As the MotoGP teams were putting their Laguna Seca pageant back into its shipping cases Sunday evening, I spied Jeremy Burgess. We talked briefly about tires and their temperature. He remarked, as Yamaha satellite rider Cal Crutchlow had said at an earlier round, that factory rider Jorge Lorenzo has his steering stem so far forward no one can figure out how he can brake like that.
What needs explaining here is that MotoGP steering heads are not the tubular affairs with which we grew up. In fact, they are much larger, often-oval affairs that permit not only changing the rake angle but also allow a fair amount of fore or aft movement of the front wheel. Insert plates, bored in pairs for the desired rake angle and front/rear position, are used to achieve these changes. Burgess’ rider, Valentino Rossi, is said to have his front end fairly far back in the head, which, by shortening the wheelbase, achieves a faster build up of weight on the front tire as braking begins. Lorenzo, the leading exponent of high corner speed, brakes earlier and more moderately than most of his competitors. This is not just a personal preference; the grip required for high corner speed would be upset by sudden brake application.
Think of the problem: As you approach your braking point for a corner, your front tire has been cooling since the last turn. Therefore, it lacks maximum grip because the cooler a tire becomes, the harder it gets and the less able it is to achieve maximum rubber-to-pavement contact by filling the pavement’s texture. If you just give the brake lever a good yank, the cool tire will slip rather than grip. If this happens at any angle of lean, the result can put you into the gravel. You must first “plant” the front tire by braking just hard enough to begin weight transfer to the front, compressing the fork and squashing the footprint to a larger size. Making the front tire carry most of the machine’s weight quickly drives its temperature, and its grip, upward. As grip increases, you can squeeze the lever progressively harder. This calls for judgment, not brute force. Braking force must rise with the available grip.
I asked Burgess about this variation in tire temperature during braking and through corners. He said Yamaha had reason to believe that Honda has an advantage in combined braking and turning, such as occurs in spades after Laguna’s Turn 1. Here, Rossi recorded the highest speeds of the weekend, 167 mph, but because bikes are quite leaned over through this fast left, they cannot brake at maximum rate for upcoming Turn 2. According to Brembo, whereas maximum deceleration for Turn 6 is 1.4g, only 1.1g can be achieved for Turn 1.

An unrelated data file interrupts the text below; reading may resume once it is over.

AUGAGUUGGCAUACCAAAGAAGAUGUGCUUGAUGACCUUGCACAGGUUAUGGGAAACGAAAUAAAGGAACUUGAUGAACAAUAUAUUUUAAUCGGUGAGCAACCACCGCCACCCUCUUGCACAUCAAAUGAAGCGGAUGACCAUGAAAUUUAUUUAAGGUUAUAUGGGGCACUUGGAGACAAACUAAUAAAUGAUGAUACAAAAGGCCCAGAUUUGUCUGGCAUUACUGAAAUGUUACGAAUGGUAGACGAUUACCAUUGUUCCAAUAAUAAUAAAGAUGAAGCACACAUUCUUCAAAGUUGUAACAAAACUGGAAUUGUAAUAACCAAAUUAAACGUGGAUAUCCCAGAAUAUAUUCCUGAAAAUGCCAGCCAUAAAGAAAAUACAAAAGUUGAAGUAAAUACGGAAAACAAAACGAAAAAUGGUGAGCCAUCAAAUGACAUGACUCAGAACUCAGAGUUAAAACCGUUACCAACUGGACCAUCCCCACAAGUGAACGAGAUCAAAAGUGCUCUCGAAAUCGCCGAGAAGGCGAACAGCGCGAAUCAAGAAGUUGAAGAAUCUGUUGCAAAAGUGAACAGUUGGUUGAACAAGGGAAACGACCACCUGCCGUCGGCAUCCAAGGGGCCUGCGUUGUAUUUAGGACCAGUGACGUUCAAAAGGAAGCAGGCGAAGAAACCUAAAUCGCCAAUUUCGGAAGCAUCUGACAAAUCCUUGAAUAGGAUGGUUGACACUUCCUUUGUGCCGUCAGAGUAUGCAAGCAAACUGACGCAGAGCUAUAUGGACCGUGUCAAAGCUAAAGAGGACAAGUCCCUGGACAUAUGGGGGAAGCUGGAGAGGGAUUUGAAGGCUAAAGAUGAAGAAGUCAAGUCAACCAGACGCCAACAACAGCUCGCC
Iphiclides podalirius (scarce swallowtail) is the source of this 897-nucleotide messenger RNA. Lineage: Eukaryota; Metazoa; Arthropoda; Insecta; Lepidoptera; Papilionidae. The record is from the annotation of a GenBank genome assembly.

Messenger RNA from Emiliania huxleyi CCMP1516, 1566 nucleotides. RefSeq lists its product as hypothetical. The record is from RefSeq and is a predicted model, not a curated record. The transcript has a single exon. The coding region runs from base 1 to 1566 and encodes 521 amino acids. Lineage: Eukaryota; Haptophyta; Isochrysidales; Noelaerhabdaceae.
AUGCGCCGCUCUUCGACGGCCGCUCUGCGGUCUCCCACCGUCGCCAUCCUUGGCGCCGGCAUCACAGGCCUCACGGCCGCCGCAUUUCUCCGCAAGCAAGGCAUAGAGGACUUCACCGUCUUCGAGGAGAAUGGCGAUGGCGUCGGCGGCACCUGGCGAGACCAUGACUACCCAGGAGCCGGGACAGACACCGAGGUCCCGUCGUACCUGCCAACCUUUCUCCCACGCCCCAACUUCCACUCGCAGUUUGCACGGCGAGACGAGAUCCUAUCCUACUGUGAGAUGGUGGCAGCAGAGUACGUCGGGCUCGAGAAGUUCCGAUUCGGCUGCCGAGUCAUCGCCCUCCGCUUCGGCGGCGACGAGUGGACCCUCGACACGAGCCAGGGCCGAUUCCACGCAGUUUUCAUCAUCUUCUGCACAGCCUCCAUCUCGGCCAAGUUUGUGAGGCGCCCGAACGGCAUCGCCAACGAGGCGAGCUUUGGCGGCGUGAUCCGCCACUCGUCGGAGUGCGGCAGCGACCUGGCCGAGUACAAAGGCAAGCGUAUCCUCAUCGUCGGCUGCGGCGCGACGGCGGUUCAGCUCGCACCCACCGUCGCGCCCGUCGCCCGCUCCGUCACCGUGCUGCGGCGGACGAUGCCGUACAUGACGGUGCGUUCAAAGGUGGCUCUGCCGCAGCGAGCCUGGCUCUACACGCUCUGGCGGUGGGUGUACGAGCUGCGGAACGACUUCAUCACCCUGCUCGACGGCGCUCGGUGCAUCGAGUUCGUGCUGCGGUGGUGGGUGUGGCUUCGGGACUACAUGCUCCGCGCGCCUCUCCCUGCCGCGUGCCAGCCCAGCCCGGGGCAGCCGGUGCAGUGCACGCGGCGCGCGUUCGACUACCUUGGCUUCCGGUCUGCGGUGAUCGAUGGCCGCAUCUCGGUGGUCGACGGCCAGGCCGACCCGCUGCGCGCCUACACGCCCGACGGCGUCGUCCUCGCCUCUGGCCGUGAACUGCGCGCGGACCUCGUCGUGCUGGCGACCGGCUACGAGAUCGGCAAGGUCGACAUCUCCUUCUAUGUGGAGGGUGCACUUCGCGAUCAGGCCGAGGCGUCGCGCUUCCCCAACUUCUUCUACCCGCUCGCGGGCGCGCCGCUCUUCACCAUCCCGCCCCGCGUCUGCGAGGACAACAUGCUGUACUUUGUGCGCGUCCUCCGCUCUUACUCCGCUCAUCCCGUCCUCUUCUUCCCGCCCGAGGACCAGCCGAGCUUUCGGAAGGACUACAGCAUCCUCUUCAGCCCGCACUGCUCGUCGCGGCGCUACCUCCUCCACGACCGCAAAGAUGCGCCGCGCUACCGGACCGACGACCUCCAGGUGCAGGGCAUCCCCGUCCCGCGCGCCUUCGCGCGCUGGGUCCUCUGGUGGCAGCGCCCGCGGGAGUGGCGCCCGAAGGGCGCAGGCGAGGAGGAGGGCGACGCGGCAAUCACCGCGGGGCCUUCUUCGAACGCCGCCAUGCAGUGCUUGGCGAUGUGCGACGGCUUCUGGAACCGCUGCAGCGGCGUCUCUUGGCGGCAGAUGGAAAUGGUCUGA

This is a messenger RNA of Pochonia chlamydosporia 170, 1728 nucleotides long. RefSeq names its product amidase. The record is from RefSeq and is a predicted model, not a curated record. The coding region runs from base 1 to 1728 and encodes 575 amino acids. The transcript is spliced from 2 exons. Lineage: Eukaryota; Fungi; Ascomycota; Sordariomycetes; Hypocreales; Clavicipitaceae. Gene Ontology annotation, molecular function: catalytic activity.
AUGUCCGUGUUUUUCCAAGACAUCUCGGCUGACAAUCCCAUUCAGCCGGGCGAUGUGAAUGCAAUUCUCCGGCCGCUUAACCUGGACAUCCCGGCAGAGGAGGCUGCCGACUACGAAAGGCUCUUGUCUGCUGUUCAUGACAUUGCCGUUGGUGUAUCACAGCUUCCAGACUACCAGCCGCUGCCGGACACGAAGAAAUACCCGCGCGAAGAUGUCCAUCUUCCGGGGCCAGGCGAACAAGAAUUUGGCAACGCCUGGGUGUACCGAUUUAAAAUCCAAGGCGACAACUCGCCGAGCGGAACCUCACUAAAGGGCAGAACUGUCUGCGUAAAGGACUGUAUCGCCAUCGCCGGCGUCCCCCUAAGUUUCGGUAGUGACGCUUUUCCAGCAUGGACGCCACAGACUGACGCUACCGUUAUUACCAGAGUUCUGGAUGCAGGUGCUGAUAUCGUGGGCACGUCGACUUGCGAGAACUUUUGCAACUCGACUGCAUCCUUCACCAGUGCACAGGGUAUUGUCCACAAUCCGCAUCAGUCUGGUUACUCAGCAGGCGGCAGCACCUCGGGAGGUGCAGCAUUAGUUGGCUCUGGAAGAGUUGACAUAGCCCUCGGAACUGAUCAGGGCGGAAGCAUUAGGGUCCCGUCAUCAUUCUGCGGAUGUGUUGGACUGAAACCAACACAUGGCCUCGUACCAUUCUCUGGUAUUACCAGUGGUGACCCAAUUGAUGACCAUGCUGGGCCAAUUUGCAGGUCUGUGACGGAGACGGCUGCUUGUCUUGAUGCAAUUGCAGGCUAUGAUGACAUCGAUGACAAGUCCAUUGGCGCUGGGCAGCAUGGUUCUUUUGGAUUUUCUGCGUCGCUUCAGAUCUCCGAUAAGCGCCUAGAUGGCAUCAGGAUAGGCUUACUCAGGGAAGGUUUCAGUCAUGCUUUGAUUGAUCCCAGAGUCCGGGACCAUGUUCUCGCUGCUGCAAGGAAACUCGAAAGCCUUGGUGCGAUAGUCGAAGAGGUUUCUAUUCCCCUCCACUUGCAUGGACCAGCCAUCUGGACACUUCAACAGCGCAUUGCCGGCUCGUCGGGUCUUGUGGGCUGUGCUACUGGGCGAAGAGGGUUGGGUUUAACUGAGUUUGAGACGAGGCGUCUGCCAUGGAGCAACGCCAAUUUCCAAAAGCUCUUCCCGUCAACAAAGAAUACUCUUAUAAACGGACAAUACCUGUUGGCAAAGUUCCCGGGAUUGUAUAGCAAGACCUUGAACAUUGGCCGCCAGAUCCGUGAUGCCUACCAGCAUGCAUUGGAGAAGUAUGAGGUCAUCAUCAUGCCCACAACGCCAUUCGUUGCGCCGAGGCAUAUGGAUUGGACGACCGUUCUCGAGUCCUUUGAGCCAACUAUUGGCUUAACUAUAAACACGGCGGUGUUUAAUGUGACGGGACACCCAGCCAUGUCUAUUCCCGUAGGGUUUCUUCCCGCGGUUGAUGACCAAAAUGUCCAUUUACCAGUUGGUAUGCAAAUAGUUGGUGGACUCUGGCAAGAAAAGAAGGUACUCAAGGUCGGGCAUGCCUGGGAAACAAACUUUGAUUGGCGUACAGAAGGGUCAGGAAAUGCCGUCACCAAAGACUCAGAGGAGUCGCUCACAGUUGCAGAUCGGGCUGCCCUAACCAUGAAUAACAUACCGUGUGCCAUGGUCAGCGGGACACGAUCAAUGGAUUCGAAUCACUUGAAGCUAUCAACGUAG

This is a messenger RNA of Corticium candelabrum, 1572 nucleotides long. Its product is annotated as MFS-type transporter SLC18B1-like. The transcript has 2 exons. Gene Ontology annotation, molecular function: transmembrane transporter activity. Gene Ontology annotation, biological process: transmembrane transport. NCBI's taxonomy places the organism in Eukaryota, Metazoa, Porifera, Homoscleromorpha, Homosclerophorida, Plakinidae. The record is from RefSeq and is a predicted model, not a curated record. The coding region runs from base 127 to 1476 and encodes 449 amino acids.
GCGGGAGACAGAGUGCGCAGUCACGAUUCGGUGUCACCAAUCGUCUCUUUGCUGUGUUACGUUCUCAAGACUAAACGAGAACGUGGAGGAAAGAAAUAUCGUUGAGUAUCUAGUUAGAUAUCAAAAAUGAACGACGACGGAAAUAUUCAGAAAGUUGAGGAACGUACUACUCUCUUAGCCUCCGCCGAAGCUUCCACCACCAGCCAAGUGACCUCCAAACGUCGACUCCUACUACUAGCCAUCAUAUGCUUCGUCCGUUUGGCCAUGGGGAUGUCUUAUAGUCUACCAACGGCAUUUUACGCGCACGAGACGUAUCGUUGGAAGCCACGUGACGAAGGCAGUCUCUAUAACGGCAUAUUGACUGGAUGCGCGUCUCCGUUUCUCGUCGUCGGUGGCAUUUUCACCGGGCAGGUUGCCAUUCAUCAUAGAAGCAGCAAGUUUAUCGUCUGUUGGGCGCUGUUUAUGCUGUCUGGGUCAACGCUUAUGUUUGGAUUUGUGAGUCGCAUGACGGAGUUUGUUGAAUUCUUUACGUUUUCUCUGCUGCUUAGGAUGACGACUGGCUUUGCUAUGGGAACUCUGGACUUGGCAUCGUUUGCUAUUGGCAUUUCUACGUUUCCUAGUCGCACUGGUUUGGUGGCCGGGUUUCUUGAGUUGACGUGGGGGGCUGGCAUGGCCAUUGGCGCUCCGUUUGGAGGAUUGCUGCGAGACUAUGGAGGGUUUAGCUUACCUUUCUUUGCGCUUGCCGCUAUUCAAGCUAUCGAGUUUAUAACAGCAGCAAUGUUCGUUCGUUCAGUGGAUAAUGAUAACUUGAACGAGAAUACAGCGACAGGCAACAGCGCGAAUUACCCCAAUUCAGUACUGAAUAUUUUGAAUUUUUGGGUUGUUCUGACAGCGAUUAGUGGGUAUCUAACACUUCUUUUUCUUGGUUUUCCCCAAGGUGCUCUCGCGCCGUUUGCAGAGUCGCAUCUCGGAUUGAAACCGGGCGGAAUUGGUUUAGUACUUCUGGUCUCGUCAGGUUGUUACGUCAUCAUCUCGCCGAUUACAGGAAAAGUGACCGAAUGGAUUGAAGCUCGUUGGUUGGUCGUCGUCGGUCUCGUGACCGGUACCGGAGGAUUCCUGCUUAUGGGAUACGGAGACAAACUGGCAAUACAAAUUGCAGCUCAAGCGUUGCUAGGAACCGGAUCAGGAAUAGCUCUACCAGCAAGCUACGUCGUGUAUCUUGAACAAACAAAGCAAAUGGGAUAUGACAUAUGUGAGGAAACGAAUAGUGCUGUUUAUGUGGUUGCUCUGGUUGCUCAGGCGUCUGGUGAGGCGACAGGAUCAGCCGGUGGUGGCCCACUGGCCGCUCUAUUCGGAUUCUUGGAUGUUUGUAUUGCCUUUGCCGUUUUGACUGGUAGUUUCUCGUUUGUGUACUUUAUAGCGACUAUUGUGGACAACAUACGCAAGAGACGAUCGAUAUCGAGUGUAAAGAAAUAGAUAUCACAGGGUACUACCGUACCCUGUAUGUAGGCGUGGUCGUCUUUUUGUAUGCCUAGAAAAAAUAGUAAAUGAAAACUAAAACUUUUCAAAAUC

Why might the Honda have an advantage here? As all teams have access to the same disc, caliper and master-cylinder technologies, the answer must lie in differences in how tires warm up during braking. Does the Honda transfer weight to the front more quickly, possibly by having a higher cg?
Each team has precise data from on-board GPS and sensors to record exactly where their riders first apply brakes and how they vary brake pressure on the way into the corner. The closer to full operating temperature the tire is initially and the faster the rider can raise its temperature by braking, the shorter the braking distance can be.
I mentioned the statement made earlier this year by Bernard Gobmeier, that Bridgestone could fix Ducati’s lack of mid-corner front grip in two weeks. Burgess agreed, saying that in the previous era of tire competition, Michelin had made a special tire to suit Kevin Schwantz’s style.
The claim of a spec-tire series is that “it’s the same for everyone,” but Ducati’s plight makes a lie out of that statement. In effect, the present tires require Ducati to build a Honda or a Yamaha. The current Ducati, a second per lap off the pace, is clearly not a solution. Some Ducatisti imagine that if only Casey Stoner would come back, a new golden age could begin, but Stoner’s 2007 championship on a Ducati took place on special Bridgestone tires custom-designed for Stoner’s style and the Ducati’s design; the spec tire era had not yet begun.
There are no simple, equitable answers to this situation.